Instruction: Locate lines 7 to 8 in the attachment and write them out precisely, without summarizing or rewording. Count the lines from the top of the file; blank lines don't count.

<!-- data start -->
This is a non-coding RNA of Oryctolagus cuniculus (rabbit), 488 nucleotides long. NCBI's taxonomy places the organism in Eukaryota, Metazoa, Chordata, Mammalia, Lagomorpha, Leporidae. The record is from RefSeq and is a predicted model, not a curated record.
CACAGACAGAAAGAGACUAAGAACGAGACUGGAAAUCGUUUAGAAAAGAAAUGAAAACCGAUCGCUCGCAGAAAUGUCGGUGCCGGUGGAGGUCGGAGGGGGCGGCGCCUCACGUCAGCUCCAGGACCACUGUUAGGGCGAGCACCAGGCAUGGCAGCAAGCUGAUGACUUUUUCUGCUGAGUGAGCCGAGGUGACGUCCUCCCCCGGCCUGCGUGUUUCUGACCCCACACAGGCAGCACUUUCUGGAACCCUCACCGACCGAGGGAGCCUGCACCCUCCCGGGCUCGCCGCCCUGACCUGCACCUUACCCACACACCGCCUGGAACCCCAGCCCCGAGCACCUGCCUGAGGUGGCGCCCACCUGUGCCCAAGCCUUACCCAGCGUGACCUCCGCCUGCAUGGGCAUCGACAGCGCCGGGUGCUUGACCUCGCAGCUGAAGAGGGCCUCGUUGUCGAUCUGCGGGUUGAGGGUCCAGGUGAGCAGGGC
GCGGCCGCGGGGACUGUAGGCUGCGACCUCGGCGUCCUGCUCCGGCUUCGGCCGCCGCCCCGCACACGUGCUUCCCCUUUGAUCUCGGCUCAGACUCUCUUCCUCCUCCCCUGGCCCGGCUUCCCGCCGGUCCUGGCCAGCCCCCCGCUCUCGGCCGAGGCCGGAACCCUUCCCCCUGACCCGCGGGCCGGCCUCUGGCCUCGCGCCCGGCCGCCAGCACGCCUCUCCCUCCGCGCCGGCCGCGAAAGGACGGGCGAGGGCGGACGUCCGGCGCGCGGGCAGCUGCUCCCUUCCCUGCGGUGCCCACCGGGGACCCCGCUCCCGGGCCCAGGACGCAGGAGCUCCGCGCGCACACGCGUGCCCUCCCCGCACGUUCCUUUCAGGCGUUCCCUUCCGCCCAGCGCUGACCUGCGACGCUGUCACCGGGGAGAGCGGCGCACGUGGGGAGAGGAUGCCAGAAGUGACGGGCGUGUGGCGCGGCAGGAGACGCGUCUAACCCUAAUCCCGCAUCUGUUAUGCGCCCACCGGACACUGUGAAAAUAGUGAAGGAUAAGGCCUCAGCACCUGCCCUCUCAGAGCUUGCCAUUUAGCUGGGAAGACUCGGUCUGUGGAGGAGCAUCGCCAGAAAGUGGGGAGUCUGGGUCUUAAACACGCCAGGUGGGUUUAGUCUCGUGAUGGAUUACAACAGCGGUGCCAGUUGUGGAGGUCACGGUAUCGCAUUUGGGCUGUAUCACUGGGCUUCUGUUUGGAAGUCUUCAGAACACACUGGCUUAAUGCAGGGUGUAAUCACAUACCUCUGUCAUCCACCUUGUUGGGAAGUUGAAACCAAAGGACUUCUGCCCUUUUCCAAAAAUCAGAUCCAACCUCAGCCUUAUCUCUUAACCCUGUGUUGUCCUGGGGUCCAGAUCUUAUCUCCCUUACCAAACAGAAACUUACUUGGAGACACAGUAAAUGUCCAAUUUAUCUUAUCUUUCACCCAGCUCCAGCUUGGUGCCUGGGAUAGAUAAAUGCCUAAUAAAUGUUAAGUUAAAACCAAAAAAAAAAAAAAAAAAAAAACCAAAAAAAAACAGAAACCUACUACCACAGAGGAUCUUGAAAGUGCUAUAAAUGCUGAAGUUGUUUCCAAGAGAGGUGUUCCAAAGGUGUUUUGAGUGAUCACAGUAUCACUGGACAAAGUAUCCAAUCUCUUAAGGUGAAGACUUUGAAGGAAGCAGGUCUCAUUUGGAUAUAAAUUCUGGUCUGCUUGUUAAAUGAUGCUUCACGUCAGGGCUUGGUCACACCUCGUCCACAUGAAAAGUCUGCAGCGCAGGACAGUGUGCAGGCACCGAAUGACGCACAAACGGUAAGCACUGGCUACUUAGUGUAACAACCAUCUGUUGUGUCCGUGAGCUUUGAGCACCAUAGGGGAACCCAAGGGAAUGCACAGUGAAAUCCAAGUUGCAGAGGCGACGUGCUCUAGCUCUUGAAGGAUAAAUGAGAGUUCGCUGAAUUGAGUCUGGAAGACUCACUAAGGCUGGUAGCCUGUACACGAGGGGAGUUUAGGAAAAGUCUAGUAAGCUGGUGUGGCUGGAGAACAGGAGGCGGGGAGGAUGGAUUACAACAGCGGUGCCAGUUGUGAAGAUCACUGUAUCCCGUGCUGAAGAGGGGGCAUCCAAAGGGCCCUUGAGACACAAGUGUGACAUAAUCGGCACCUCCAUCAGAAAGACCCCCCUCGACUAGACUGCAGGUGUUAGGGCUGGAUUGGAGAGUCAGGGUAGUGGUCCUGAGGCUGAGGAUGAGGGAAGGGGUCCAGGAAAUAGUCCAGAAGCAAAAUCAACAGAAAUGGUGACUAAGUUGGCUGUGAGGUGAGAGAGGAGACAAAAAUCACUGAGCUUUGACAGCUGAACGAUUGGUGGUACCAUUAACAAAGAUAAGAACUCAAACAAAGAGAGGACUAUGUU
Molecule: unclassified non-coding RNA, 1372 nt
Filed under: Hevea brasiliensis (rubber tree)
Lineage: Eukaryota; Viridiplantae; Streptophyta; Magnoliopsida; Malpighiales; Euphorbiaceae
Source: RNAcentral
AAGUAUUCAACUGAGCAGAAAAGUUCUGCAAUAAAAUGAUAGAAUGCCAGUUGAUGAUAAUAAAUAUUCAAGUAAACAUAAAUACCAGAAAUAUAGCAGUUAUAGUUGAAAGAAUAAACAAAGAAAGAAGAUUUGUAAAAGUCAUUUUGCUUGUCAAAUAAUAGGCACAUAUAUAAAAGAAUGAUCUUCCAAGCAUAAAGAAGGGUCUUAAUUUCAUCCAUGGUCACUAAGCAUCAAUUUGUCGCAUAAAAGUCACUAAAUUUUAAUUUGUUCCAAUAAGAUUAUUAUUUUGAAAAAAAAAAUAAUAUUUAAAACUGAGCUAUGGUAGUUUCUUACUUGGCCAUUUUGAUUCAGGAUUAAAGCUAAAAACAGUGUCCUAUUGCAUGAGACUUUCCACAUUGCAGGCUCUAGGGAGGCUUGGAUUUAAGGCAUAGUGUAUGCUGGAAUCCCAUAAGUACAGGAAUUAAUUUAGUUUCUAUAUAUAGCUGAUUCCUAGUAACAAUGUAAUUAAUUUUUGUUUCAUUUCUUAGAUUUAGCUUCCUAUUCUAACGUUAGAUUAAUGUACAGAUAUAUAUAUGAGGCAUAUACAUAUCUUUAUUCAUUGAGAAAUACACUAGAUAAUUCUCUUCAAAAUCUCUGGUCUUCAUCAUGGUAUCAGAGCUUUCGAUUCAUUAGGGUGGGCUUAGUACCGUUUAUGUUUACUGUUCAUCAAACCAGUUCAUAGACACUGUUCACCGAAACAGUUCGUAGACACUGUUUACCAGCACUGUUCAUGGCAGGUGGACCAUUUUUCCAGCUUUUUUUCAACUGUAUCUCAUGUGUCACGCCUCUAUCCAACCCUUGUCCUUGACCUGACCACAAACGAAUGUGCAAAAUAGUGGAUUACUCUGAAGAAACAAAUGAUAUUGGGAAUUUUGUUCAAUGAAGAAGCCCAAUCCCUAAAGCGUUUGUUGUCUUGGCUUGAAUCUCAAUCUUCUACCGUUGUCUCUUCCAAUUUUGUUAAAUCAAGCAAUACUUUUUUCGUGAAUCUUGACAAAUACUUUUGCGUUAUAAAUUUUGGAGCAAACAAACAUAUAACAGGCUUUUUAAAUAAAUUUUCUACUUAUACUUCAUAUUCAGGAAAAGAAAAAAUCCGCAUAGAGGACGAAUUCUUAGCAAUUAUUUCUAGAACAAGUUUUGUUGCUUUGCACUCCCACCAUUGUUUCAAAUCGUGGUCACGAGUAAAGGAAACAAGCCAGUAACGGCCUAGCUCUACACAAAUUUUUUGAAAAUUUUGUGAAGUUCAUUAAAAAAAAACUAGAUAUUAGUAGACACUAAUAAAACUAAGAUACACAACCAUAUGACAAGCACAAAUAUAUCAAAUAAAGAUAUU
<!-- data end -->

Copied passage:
Source: RNAcentral
AAGUAUUCAACUGAGCAGAAAAGUUCUGCAAUAAAAUGAUAGAAUGCCAGUUGAUGAUAAUAAAUAUUCAAGUAAACAUAAAUACCAGAAAUAUAGCAGUUAUAGUUGAAAGAAUAAACAAAGAAAGAAGAUUUGUAAAAGUCAUUUUGCUUGUCAAAUAAUAGGCACAUAUAUAAAAGAAUGAUCUUCCAAGCAUAAAGAAGGGUCUUAAUUUCAUCCAUGGUCACUAAGCAUCAAUUUGUCGCAUAAAAGUCACUAAAUUUUAAUUUGUUCCAAUAAGAUUAUUAUUUUGAAAAAAAAAAUAAUAUUUAAAACUGAGCUAUGGUAGUUUCUUACUUGGCCAUUUUGAUUCAGGAUUAAAGCUAAAAACAGUGUCCUAUUGCAUGAGACUUUCCACAUUGCAGGCUCUAGGGAGGCUUGGAUUUAAGGCAUAGUGUAUGCUGGAAUCCCAUAAGUACAGGAAUUAAUUUAGUUUCUAUAUAUAGCUGAUUCCUAGUAACAAUGUAAUUAAUUUUUGUUUCAUUUCUUAGAUUUAGCUUCCUAUUCUAACGUUAGAUUAAUGUACAGAUAUAUAUAUGAGGCAUAUACAUAUCUUUAUUCAUUGAGAAAUACACUAGAUAAUUCUCUUCAAAAUCUCUGGUCUUCAUCAUGGUAUCAGAGCUUUCGAUUCAUUAGGGUGGGCUUAGUACCGUUUAUGUUUACUGUUCAUCAAACCAGUUCAUAGACACUGUUCACCGAAACAGUUCGUAGACACUGUUUACCAGCACUGUUCAUGGCAGGUGGACCAUUUUUCCAGCUUUUUUUCAACUGUAUCUCAUGUGUCACGCCUCUAUCCAACCCUUGUCCUUGACCUGACCACAAACGAAUGUGCAAAAUAGUGGAUUACUCUGAAGAAACAAAUGAUAUUGGGAAUUUUGUUCAAUGAAGAAGCCCAAUCCCUAAAGCGUUUGUUGUCUUGGCUUGAAUCUCAAUCUUCUACCGUUGUCUCUUCCAAUUUUGUUAAAUCAAGCAAUACUUUUUUCGUGAAUCUUGACAAAUACUUUUGCGUUAUAAAUUUUGGAGCAAACAAACAUAUAACAGGCUUUUUAAAUAAAUUUUCUACUUAUACUUCAUAUUCAGGAAAAGAAAAAAUCCGCAUAGAGGACGAAUUCUUAGCAAUUAUUUCUAGAACAAGUUUUGUUGCUUUGCACUCCCACCAUUGUUUCAAAUCGUGGUCACGAGUAAAGGAAACAAGCCAGUAACGGCCUAGCUCUACACAAAUUUUUUGAAAAUUUUGUGAAGUUCAUUAAAAAAAAACUAGAUAUUAGUAGACACUAAUAAAACUAAGAUACACAACCAUAUGACAAGCACAAAUAUAUCAAAUAAAGAUAUU